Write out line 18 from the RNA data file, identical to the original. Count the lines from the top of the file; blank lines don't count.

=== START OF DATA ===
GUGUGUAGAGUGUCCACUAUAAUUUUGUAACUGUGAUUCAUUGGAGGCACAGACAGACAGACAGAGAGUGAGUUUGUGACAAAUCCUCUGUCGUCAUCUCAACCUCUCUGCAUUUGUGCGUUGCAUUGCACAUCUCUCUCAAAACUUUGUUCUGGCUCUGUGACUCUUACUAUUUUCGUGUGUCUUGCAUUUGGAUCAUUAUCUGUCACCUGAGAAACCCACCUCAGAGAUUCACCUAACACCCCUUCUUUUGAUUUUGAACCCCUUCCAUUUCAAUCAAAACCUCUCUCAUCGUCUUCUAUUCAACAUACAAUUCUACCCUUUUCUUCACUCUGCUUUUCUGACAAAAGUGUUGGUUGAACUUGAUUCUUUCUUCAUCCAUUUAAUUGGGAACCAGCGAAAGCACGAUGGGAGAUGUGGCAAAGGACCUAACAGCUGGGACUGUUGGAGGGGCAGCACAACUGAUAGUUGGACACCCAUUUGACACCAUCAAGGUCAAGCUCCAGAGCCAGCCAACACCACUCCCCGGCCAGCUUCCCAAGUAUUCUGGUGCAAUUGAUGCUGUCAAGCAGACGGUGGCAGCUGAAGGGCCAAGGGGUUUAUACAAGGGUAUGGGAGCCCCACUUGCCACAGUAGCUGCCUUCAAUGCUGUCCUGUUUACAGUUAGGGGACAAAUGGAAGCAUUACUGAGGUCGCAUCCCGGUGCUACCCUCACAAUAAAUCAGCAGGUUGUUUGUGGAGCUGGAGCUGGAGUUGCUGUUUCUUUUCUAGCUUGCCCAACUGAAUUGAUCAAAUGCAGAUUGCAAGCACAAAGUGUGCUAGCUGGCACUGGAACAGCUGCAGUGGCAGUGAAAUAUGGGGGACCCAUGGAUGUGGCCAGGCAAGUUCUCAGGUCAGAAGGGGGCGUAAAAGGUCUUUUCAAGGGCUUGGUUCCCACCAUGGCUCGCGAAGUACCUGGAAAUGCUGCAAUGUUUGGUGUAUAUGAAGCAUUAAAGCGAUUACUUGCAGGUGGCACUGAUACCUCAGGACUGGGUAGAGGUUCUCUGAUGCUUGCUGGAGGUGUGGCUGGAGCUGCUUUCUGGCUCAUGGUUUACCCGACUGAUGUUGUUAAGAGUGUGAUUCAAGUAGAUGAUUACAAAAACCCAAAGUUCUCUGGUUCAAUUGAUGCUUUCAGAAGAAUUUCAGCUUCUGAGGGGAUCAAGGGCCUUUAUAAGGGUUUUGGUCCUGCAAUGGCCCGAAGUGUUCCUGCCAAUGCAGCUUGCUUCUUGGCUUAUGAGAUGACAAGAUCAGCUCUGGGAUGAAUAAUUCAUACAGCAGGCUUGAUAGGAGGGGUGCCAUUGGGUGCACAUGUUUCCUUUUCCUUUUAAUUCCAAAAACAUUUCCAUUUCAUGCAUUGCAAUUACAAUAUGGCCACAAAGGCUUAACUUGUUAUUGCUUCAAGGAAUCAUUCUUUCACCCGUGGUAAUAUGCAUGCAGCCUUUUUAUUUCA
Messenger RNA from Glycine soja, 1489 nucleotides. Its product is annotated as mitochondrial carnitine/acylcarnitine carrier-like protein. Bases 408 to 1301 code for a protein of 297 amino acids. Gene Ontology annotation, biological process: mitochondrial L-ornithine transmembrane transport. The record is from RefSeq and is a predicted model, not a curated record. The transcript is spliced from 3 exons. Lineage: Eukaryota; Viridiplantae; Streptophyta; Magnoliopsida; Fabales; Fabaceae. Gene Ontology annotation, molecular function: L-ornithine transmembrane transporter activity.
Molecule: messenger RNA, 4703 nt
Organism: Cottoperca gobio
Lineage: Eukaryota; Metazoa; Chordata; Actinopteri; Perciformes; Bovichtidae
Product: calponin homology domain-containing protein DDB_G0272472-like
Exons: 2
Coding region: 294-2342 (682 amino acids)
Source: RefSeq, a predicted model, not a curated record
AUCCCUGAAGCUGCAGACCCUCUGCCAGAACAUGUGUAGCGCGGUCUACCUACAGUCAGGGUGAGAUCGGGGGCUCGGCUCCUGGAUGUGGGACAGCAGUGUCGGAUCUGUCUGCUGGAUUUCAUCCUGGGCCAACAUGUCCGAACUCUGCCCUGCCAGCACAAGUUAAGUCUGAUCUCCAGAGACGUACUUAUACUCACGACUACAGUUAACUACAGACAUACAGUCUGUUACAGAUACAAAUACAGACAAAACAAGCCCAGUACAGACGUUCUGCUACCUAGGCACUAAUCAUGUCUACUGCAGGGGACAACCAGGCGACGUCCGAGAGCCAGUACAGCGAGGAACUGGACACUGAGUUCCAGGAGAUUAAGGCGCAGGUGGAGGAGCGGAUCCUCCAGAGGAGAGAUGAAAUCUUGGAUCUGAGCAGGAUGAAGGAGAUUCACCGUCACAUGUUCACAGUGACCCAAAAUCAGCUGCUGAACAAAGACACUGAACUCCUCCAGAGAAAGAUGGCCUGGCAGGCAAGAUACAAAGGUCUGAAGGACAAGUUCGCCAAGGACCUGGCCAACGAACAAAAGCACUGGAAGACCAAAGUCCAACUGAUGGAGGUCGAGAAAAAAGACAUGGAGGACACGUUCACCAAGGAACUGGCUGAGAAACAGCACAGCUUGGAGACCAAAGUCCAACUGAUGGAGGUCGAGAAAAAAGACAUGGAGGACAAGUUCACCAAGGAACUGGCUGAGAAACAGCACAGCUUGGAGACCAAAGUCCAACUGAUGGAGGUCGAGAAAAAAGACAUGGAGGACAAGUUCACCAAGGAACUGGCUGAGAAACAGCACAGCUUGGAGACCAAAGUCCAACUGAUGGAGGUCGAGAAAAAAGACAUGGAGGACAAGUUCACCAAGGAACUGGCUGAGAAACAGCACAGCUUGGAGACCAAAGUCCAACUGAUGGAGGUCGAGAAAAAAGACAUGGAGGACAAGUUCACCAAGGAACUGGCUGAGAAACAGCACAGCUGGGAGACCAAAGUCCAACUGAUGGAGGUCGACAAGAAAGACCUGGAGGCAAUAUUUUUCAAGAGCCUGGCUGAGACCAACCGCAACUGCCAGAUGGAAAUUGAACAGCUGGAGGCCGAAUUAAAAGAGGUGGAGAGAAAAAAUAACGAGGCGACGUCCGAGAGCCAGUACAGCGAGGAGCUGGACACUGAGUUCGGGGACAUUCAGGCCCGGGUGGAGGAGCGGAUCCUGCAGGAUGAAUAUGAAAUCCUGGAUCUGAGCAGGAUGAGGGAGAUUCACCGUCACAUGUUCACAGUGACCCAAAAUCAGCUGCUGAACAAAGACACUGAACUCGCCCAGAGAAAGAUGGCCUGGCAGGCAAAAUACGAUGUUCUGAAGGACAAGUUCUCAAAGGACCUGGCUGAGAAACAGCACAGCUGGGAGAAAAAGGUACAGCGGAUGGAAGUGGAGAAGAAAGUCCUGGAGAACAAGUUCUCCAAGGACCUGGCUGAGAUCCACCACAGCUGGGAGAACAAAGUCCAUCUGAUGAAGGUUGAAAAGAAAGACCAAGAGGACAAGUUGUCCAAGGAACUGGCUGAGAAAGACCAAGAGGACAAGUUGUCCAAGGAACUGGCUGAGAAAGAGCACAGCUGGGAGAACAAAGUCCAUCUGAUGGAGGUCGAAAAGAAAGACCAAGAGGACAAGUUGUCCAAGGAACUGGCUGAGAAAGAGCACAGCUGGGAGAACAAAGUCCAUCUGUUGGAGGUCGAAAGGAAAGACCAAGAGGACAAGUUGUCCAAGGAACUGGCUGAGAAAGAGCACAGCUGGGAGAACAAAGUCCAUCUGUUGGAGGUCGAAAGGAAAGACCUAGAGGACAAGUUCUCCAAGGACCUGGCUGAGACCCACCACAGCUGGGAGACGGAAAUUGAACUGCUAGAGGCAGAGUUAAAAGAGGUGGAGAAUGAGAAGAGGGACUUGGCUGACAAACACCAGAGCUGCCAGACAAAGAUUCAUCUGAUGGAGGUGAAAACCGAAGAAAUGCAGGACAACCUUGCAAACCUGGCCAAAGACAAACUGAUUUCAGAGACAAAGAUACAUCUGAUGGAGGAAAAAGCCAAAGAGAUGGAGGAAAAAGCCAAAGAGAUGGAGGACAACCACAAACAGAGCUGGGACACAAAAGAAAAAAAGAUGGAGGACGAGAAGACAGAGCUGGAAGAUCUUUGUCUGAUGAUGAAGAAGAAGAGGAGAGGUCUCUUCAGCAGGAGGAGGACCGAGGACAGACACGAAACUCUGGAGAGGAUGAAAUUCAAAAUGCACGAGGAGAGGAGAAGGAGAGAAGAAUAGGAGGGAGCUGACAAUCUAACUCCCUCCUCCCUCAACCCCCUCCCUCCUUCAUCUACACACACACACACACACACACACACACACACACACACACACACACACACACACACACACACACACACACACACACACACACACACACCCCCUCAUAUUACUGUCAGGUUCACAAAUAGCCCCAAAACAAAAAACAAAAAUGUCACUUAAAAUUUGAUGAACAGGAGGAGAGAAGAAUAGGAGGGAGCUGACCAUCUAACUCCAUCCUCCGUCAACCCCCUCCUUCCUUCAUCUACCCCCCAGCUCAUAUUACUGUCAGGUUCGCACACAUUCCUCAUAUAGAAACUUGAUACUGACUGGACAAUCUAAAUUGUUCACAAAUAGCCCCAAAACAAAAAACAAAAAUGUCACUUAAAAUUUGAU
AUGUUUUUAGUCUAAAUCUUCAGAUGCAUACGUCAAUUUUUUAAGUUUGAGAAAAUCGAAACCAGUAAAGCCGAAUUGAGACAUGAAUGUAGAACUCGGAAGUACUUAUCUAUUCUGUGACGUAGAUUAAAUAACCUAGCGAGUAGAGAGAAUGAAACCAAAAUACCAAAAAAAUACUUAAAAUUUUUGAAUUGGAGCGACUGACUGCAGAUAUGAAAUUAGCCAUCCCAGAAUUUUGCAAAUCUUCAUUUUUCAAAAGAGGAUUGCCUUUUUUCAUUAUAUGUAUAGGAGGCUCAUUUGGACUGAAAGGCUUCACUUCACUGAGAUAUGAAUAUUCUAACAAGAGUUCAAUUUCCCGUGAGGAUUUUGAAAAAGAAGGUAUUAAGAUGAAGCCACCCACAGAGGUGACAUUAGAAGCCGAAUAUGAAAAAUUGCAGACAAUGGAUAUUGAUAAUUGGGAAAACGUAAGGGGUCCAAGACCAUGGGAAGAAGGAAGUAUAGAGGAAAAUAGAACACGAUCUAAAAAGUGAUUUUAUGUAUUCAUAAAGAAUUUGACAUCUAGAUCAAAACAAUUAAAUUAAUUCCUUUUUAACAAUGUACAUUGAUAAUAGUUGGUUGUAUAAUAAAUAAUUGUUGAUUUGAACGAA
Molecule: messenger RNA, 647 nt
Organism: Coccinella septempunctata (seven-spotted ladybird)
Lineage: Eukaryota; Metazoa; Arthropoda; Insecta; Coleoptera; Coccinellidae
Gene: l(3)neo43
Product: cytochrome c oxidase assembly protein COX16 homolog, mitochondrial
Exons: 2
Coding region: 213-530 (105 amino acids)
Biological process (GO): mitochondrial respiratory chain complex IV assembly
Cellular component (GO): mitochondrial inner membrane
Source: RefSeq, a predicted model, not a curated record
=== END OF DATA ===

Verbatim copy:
Coding region: 213-530 (105 amino acids)